When I got the paperwork that said Cornerstone was mine, my bank accounts were empty. After my divorce, I left with just a car and this business. I left every asset, every belonging, everything I’d ever owned and walked away, so it was truly a time of starting over. Fortunately I was able to keep the staff on that we had at the time and I was able to pull them all together.
We started out only with air conditioning. We built up our client base over those first few years, working out of our home in the beginning. We realized at a certain point that we needed warehouse space so we rented a 600 square foot building just down the road from our home. At that point we were able to hire one person to work in the office, two field employees and luckily, our business just continued to grow. With that growth, we moved a little further down the road to a new location and expanded to around 15 employees. In 2009, I bought full rights to the company, buying out my business partner and taking over the company fully. In 2011 we were able to purchase our current location and continue to expand, and it was 2012 that we expanded to add plumbing. Two years later we added electric as well.
This was all I had; I had to fight for it. I didn’t have anything to fall back on. I had and still have the mentality that Cornerstone is my baby; it’s my world. It has to survive.
RM: Have you found it challenging to be a woman in the A/C, plumbing and electrical industries?
DS: I think for the most part my employees have always respected me and I’ve been very lucky that way. When I was in commercial insurance, it was a more male driven industry as well. Sometimes, being a woman, people just assumed you didn’t have what it took to get it done, that you didn’t have the ‘know how’ or the ability. I’ve always tried to prove myself by learning, and if I didn’t know the answer you can bet I was going to find out.
That was one of the biggest challenges early on. Today, more women are taking on leadership roles even in our industry, so it’s not as uncommon as it once was to see a woman in this type of position. There is still that struggle to believe that a woman can run a business, understand the technicalities and be successful in this industry. Although on the flip side, there are customers that prefer a woman; I’ve had people tell me how thankful they are, that I’m the owner.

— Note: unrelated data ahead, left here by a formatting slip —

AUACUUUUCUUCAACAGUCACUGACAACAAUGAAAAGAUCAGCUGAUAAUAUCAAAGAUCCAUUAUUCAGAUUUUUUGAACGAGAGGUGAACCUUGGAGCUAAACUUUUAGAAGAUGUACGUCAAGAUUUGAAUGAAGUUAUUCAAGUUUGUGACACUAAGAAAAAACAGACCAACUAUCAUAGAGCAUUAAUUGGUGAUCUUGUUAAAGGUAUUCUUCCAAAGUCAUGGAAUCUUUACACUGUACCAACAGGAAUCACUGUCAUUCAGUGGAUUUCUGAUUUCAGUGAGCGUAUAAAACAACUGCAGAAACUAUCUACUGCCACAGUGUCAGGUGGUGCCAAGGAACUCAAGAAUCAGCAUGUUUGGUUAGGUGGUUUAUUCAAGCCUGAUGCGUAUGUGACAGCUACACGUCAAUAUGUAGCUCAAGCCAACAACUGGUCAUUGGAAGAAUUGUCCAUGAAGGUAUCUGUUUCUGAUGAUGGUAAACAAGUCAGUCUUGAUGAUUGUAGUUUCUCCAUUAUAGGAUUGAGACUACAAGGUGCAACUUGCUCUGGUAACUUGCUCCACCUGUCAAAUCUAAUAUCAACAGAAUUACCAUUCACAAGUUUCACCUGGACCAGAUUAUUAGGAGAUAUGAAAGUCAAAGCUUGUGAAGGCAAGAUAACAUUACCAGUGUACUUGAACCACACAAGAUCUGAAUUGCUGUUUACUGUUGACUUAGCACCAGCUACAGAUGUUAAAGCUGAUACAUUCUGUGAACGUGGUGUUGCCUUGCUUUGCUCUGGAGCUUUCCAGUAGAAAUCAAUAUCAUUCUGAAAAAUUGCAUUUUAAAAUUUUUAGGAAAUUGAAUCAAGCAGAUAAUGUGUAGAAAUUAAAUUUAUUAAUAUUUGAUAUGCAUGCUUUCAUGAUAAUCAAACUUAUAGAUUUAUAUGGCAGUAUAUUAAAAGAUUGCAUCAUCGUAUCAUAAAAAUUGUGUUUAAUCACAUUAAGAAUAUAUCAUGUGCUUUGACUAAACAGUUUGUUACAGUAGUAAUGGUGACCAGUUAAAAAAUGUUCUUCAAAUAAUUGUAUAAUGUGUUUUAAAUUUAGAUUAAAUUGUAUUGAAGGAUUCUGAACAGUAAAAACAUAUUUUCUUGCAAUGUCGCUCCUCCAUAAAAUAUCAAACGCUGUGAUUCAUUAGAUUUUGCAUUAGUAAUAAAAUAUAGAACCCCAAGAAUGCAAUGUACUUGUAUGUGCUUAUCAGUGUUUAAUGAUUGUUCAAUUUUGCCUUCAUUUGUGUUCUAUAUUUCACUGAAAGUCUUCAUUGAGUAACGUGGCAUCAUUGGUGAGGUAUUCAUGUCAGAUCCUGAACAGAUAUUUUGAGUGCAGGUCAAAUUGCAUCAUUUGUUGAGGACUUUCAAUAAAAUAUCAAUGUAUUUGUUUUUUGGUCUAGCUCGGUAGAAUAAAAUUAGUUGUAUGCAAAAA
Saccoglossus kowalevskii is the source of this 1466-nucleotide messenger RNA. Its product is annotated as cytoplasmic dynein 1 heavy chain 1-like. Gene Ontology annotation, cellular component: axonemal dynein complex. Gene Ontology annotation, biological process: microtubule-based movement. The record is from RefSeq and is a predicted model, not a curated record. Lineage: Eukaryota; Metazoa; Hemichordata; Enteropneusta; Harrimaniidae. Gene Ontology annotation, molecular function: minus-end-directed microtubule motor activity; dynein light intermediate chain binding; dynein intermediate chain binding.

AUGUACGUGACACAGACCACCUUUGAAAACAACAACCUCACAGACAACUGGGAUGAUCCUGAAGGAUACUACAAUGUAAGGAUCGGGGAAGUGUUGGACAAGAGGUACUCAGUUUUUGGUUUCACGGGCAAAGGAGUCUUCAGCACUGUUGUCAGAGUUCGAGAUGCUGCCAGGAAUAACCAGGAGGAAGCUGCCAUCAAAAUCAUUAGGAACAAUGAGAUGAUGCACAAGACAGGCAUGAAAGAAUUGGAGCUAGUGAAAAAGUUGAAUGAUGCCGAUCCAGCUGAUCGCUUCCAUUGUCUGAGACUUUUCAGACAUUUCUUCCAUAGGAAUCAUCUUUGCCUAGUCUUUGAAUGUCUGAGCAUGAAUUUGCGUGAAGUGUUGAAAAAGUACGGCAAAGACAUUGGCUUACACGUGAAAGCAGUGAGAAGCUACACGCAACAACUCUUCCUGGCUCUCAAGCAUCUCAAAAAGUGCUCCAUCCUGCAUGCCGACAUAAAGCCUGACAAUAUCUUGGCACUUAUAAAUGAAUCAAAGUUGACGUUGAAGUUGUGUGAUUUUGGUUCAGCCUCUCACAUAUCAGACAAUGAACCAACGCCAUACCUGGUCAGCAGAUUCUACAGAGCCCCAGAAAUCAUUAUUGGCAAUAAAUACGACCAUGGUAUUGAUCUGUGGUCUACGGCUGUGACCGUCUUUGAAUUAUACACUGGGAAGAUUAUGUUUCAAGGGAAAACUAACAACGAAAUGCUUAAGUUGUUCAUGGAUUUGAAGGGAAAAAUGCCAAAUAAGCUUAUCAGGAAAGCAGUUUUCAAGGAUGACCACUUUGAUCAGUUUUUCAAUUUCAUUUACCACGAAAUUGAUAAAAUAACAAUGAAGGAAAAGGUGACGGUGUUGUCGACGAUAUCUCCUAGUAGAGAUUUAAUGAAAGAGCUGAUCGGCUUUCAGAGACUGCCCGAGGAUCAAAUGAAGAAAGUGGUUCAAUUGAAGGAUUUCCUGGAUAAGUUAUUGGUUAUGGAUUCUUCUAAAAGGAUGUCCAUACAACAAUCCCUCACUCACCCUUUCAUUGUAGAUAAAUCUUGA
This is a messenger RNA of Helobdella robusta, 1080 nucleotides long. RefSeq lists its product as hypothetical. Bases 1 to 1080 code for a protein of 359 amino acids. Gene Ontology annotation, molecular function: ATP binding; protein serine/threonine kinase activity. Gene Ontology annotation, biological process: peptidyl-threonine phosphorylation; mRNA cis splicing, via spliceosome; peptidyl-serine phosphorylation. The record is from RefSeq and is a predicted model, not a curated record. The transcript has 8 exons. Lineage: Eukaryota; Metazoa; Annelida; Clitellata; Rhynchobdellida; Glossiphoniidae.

RM: What do you do on a daily basis?
DS: I handle most of the marketing along with my mom; it’s really the creative part that I handle. My brain moves like a hundred miles an hour, so I’m always looking at ways we can change, go in different directions and ways to set us apart from our competitors. I also handle most of our budgeting and accounting.
I speak with our managers on a daily basis, I’m very involved, and there isn’t a lot that happens here that I don’t know about. I would say I get about 500 emails a day [laughs]. Complaints, reviews from happy customers, employees, you name it; I deal with it daily. Even if I’m not here physically I’m still usually involved in what’s going on.
Staff and training is also something I’m involved with, in creating new processes and procedures. Our industry has a lot of change; therefore we need to be very fluid. If a problem arises we are on top of it. What can we do to make it better? How can we fix it now? Years past, the majority of this was all on me. Now I have great staff and the right people in the right places to help as our business has grown.
RM: What would you say has been your biggest challenge?
DS: I would say staffing has been our biggest challenge; finding the right people that were a good fit for our company. I wouldn’t say it held us back, but learning to balance that was a challenge. At times we didn’t have enough staff as we quickly grew, and then at other times we were overstaffed. Once we learned to balance, it evened out. Another challenge was gaining customers because our industry is very saturated.
RM: How many employees do you have currently?
DS: We have around 55 employees. Last year we crossed the 50-employee mark which meant we had to add health insurance benefits, but I’m not complaining- that’s a good problem to have. We could have waited another year to add health insurance but decided we wanted to do that to give back. We want to take care of our people, and we were glad to do that.
RM: What does it feel like to know you’ve grown from a two-man operation to 55 employees and that you’re able to provide them with health insurance?